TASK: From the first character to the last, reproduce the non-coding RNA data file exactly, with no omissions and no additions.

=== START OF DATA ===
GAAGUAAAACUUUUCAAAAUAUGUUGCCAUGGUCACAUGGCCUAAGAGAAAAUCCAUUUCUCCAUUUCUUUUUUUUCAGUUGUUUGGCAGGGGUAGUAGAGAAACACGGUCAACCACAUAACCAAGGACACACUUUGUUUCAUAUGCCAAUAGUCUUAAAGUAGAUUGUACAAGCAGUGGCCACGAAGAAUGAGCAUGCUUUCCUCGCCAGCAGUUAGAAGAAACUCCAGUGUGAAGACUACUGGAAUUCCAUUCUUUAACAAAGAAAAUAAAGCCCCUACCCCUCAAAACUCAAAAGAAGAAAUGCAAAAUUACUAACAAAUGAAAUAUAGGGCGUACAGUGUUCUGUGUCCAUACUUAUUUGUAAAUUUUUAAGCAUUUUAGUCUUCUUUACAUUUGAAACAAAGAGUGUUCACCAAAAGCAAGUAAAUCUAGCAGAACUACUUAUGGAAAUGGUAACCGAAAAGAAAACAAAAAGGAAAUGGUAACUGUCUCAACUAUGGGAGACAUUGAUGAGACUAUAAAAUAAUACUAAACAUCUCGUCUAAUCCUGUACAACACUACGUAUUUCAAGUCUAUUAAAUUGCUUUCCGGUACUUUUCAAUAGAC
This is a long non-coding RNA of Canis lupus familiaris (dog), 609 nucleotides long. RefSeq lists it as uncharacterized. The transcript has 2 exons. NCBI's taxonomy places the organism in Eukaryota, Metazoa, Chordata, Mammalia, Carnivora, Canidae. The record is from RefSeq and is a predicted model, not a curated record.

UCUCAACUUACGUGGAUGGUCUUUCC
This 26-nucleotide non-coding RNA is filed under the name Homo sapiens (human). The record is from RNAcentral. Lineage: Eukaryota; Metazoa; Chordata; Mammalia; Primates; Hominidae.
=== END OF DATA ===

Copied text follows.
GAAGUAAAACUUUUCAAAAUAUGUUGCCAUGGUCACAUGGCCUAAGAGAAAAUCCAUUUCUCCAUUUCUUUUUUUUCAGUUGUUUGGCAGGGGUAGUAGAGAAACACGGUCAACCACAUAACCAAGGACACACUUUGUUUCAUAUGCCAAUAGUCUUAAAGUAGAUUGUACAAGCAGUGGCCACGAAGAAUGAGCAUGCUUUCCUCGCCAGCAGUUAGAAGAAACUCCAGUGUGAAGACUACUGGAAUUCCAUUCUUUAACAAAGAAAAUAAAGCCCCUACCCCUCAAAACUCAAAAGAAGAAAUGCAAAAUUACUAACAAAUGAAAUAUAGGGCGUACAGUGUUCUGUGUCCAUACUUAUUUGUAAAUUUUUAAGCAUUUUAGUCUUCUUUACAUUUGAAACAAAGAGUGUUCACCAAAAGCAAGUAAAUCUAGCAGAACUACUUAUGGAAAUGGUAACCGAAAAGAAAACAAAAAGGAAAUGGUAACUGUCUCAACUAUGGGAGACAUUGAUGAGACUAUAAAAUAAUACUAAACAUCUCGUCUAAUCCUGUACAACACUACGUAUUUCAAGUCUAUUAAAUUGCUUUCCGGUACUUUUCAAUAGAC
This is a long non-coding RNA of Canis lupus familiaris (dog), 609 nucleotides long. RefSeq lists it as uncharacterized. The transcript has 2 exons. NCBI's taxonomy places the organism in Eukaryota, Metazoa, Chordata, Mammalia, Carnivora, Canidae. The record is from RefSeq and is a predicted model, not a curated record.

UCUCAACUUACGUGGAUGGUCUUUCC
This 26-nucleotide non-coding RNA is filed under the name Homo sapiens (human). The record is from RNAcentral. Lineage: Eukaryota; Metazoa; Chordata; Mammalia; Primates; Hominidae.